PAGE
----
Supreme Court Nominee, Kidney Donors, Child Cold Medicine
Top of Mind with Julie Rose - Radio Archive, Episode 481
- Feb 3, 2017
- 1:42:13 mins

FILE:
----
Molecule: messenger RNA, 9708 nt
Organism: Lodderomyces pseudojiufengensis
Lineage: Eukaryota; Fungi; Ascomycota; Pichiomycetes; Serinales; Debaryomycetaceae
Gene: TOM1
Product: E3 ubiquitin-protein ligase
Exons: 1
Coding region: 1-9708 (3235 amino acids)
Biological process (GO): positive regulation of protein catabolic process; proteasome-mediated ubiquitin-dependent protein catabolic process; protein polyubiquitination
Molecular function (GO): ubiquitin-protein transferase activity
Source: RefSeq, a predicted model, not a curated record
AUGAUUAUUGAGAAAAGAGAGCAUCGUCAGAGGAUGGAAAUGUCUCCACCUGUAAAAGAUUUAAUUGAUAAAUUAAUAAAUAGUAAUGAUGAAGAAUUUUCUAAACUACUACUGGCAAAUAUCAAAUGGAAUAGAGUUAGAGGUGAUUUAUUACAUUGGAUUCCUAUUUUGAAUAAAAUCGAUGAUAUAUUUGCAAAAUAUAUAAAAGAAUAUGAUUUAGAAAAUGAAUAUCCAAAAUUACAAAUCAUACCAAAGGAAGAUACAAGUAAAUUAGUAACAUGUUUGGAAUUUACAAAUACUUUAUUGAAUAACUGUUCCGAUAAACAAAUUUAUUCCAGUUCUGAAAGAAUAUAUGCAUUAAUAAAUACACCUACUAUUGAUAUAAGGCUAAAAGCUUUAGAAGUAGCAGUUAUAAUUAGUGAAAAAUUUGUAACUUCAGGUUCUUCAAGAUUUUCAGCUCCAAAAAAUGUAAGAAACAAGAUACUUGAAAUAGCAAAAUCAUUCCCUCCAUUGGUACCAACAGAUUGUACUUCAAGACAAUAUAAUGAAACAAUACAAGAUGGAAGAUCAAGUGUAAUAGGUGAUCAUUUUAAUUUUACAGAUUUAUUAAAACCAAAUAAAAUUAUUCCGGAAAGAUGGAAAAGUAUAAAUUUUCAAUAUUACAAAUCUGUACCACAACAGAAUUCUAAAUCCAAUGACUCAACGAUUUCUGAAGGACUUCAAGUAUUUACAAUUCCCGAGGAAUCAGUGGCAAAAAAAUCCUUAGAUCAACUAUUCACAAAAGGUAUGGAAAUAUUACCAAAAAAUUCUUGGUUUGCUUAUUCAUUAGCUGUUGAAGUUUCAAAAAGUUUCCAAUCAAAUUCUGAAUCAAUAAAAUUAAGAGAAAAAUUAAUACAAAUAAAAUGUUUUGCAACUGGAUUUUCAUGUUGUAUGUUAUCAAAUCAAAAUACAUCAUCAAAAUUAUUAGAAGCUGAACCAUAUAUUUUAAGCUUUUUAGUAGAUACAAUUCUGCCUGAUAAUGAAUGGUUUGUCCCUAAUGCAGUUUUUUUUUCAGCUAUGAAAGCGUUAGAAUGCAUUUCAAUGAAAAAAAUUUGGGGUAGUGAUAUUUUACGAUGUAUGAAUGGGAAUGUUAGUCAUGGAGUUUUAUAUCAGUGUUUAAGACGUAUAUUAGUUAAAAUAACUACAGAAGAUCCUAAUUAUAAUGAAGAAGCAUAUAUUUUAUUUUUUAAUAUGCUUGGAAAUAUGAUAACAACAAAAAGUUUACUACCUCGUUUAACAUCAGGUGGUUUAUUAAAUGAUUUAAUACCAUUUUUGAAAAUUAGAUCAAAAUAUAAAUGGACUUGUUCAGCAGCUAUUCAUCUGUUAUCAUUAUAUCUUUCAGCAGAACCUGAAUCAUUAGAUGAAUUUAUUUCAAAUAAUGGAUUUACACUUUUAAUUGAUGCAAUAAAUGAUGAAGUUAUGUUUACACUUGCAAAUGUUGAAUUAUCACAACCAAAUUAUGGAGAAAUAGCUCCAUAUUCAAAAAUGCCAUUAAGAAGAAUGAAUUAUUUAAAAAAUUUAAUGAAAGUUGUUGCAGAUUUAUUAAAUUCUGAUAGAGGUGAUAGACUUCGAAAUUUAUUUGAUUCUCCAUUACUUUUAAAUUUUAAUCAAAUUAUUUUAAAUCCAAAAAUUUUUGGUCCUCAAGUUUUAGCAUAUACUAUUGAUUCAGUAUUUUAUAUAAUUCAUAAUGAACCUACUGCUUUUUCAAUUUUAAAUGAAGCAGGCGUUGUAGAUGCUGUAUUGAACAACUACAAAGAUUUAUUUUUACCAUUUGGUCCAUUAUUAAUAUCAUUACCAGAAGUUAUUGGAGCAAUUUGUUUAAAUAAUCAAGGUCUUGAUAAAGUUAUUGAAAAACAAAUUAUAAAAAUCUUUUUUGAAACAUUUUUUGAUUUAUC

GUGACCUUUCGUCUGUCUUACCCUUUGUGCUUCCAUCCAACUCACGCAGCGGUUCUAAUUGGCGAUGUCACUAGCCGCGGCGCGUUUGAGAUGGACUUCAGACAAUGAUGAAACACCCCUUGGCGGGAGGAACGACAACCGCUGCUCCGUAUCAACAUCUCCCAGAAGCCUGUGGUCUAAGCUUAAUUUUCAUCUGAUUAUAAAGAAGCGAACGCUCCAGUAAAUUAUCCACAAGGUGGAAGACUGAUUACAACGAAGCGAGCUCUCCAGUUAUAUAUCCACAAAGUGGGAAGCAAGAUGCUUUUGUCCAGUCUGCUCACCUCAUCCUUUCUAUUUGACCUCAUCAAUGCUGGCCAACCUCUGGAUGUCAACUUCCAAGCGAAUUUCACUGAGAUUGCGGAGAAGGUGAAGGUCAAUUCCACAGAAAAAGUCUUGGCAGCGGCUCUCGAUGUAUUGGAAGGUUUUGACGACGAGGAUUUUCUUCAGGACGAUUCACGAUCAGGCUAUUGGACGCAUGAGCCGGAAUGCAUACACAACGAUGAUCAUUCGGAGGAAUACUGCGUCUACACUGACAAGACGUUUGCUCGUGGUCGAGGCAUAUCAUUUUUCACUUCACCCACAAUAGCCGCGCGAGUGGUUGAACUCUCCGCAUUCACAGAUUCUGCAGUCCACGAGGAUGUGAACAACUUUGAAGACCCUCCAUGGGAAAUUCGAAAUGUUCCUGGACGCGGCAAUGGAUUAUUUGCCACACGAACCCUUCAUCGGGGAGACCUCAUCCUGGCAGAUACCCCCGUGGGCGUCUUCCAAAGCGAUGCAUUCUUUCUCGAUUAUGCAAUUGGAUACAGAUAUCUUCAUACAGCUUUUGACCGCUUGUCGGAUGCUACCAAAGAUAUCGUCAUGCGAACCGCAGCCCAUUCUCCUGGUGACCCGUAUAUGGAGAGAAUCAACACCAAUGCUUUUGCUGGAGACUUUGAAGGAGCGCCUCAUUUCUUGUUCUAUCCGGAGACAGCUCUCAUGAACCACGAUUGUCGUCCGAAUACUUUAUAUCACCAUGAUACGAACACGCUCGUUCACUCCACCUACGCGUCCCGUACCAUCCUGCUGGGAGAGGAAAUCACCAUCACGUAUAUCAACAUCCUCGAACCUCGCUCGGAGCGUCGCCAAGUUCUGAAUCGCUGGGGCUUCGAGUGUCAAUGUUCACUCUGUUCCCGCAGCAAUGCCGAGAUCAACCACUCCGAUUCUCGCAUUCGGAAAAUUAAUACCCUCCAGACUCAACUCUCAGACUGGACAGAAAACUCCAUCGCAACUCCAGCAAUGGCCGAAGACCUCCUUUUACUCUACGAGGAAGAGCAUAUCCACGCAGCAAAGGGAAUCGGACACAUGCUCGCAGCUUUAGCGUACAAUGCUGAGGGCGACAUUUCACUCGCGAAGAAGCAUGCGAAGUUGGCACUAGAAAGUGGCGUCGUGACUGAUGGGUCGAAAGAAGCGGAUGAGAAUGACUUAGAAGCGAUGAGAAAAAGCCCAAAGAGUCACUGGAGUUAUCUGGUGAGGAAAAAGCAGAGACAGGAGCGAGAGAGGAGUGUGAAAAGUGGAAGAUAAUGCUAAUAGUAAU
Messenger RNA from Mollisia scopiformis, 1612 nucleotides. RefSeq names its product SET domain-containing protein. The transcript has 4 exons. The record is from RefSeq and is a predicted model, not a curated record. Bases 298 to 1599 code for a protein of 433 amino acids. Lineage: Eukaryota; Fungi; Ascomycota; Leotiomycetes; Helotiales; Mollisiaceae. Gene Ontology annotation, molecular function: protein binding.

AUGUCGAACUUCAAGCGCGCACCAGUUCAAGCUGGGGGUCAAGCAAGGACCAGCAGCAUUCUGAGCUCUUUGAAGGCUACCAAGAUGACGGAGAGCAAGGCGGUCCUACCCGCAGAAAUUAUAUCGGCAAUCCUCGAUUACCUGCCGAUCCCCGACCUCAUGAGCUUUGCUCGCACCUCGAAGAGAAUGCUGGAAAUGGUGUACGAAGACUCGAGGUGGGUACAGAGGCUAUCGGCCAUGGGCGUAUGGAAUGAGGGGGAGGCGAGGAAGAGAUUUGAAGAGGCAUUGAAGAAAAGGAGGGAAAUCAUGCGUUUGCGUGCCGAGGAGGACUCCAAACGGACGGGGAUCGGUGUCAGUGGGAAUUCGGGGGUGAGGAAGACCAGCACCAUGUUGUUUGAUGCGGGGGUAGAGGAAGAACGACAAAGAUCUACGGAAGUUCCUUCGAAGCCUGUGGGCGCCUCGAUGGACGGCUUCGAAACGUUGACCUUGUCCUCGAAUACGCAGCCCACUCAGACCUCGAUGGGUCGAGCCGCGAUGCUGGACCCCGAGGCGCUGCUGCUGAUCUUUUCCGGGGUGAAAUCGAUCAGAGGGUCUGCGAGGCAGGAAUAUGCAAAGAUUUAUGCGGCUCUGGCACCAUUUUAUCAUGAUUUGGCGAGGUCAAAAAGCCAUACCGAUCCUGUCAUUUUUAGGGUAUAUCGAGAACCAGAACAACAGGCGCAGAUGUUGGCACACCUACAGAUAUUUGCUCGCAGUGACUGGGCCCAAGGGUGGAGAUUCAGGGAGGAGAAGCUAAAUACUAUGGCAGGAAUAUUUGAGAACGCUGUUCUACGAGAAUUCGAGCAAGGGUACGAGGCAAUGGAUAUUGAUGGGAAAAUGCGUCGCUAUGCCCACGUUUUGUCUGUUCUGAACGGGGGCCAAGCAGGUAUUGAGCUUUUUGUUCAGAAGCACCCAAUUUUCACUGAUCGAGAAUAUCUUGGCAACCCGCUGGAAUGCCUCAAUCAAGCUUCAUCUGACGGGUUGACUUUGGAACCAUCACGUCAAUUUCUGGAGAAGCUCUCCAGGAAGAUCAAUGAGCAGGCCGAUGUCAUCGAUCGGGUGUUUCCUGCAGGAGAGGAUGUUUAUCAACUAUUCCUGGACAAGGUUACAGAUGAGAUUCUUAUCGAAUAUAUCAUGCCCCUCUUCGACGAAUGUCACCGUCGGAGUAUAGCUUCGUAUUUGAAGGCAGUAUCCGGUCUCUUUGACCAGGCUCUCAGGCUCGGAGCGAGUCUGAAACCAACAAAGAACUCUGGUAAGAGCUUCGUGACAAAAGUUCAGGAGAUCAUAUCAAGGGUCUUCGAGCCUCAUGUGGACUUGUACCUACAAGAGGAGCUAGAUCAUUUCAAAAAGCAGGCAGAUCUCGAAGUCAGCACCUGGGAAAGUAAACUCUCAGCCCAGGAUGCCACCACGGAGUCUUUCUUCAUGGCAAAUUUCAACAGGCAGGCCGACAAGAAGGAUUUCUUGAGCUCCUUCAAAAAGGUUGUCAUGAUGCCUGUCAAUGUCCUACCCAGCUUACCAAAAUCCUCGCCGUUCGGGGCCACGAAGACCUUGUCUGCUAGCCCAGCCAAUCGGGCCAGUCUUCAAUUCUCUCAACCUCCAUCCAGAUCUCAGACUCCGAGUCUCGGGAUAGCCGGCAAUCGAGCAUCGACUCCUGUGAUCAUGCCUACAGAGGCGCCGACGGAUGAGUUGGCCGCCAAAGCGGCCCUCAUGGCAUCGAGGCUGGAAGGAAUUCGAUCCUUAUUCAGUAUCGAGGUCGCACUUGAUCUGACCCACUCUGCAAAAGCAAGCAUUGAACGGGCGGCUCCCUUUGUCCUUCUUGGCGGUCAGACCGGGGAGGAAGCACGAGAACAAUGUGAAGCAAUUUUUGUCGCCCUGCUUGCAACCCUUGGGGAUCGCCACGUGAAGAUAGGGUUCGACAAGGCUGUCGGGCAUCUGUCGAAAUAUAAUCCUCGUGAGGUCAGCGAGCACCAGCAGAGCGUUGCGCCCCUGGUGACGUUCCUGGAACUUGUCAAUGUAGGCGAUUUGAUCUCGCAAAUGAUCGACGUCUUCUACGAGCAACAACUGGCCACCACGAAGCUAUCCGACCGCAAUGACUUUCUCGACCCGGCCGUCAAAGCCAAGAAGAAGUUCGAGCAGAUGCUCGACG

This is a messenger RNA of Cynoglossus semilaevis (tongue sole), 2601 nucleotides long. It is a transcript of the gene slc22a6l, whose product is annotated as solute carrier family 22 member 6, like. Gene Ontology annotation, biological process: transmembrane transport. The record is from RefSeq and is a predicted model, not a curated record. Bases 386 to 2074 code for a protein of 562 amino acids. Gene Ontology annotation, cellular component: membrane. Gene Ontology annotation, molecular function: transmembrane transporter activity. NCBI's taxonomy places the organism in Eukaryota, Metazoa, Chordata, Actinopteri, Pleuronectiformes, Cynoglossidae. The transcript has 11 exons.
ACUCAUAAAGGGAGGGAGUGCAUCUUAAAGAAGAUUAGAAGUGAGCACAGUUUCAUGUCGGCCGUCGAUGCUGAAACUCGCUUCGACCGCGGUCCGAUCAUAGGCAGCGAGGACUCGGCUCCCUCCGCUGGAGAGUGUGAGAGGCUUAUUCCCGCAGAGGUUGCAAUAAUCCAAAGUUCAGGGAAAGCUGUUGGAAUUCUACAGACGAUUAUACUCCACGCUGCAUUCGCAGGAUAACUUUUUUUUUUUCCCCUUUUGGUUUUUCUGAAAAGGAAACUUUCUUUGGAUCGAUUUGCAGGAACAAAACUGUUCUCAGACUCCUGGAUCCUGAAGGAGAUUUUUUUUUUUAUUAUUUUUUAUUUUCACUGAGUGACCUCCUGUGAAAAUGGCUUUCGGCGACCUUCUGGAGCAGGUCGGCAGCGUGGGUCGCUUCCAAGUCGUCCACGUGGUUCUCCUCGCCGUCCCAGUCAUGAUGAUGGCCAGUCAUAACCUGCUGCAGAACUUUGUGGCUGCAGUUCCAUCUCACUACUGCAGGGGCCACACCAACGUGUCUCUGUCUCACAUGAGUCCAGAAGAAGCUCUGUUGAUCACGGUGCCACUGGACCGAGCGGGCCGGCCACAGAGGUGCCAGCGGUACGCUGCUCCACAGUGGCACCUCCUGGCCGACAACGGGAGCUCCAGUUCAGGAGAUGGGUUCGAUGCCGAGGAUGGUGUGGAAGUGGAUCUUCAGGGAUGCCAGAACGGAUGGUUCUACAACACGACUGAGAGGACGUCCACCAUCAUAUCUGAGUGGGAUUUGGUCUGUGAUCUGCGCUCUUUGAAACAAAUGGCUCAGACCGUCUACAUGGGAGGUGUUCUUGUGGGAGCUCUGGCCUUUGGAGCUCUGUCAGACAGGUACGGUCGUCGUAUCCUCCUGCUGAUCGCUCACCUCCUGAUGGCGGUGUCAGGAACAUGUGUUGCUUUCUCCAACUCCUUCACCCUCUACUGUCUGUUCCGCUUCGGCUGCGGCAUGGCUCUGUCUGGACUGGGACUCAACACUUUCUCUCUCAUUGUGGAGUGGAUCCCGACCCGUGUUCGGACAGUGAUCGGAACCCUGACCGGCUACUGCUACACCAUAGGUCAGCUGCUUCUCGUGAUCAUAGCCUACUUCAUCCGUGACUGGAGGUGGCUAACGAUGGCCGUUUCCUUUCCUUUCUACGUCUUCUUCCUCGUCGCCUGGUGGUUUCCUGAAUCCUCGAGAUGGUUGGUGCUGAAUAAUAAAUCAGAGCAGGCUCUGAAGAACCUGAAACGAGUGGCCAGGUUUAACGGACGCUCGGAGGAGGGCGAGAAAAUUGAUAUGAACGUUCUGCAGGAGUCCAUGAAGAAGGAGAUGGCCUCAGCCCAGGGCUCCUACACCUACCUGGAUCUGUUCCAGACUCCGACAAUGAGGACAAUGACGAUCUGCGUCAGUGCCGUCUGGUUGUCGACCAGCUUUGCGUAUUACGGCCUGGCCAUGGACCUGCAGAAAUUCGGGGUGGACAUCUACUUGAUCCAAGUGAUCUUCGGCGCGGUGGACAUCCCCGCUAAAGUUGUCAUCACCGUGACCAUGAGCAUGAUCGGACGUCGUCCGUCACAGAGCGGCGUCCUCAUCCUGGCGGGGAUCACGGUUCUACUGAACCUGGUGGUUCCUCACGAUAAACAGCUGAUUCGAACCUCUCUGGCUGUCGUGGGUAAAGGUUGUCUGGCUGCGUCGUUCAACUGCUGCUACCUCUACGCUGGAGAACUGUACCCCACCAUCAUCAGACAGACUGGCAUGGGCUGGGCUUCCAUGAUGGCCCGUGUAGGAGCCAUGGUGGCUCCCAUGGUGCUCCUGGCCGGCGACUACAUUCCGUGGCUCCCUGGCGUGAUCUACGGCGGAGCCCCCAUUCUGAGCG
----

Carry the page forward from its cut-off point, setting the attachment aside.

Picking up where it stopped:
Trump’s Supreme Court Nominee Guest: Kimberly Robinson, Supreme Court reporter, Bloomberg BNA, covering the high court since 2012 President Trump has nominated Neil Gorsuch to fill the vacancy left by the passing of Justice Antonin Scalia a year ago. Neil Gorsuch is a judge on the 10th Circuit Court of Appeals, which spans six Western states. His selection has been cheered by conservatives. Let’s get some background on Gorsuch and what he might face in confirmation hearings. Kidney Donor Certificate Guest: Jeffrey Veale, MD, Transplant Surgeon, Director of the UCLA Kidney Transplantation Exchange Program Pay it forward. That’s the premise of a creative new program for kidney donors pioneered at the Ronald Reagan UCLA Medical Center. Just imagine someone you love is on the list of more than 100,000 people in America desperately hoping for a kidney transplant. You would gladly give them one of yours, but you’re not a good match. At some transplant centers, including UCLA, you can do a swap, where your kidney goes to someone else and their loved one gives a kidney to your loved one. These swaps sometimes turn into chains where, once your loved one gets a kidney, you give yours to someone else and their loved one gives to another person down the chain and so on. Why You Probably Shouldn’t Give Your Kids Cold Medicine Guest: Edward Bell, Professor of Pharmacy Practice, Drake University A sick kid coughing so much that she can’t sleep – and neither can you . . . there are few parenting challenges more frustrating. Especially since doctors and drug manufacturers over the last 30 years have been continually revising the guidelines on which over-the-counter cold medicines are okay for kids and which aren’t. Much of what parents used to rely on to ease the cough and help a child sleep really isn’t recommended for youngsters anymore. What’s a tired parent to do? The Ethics of Stem Cell Research Guest: Alonzo Cook, PhD, BYU; Dr. Martin Tristani-Firouzi, U of U, Last week, scientists reported in the journal Cell that they’d been able to coax human stem cells to survive in a pig embryo – an important first step toward being able to grow human organs in animals for transplant. Another team reported in the journal Nature that they used mouse stem cells to grow a mouse pancreas in a rat and then transplanted some of those pancreas cells back into the mouse and cured it of diabetes. The science of stem cells is moving a lightning speed, so we thought now would be a good time to rewind our conversation from last fall about the status of that science and the ethical dilemmas that remain. Scientists years ago discovered ways to obtain stem cells that do not involve destroying human embryos. So now the ethical debate shifts to what might happen if we put human stem cells into an animal to grow a kidney or a pancreas and some of those cells also end up in the animal’s brain. Is the animal now part-human and entitled to be treated differently from animal subjects?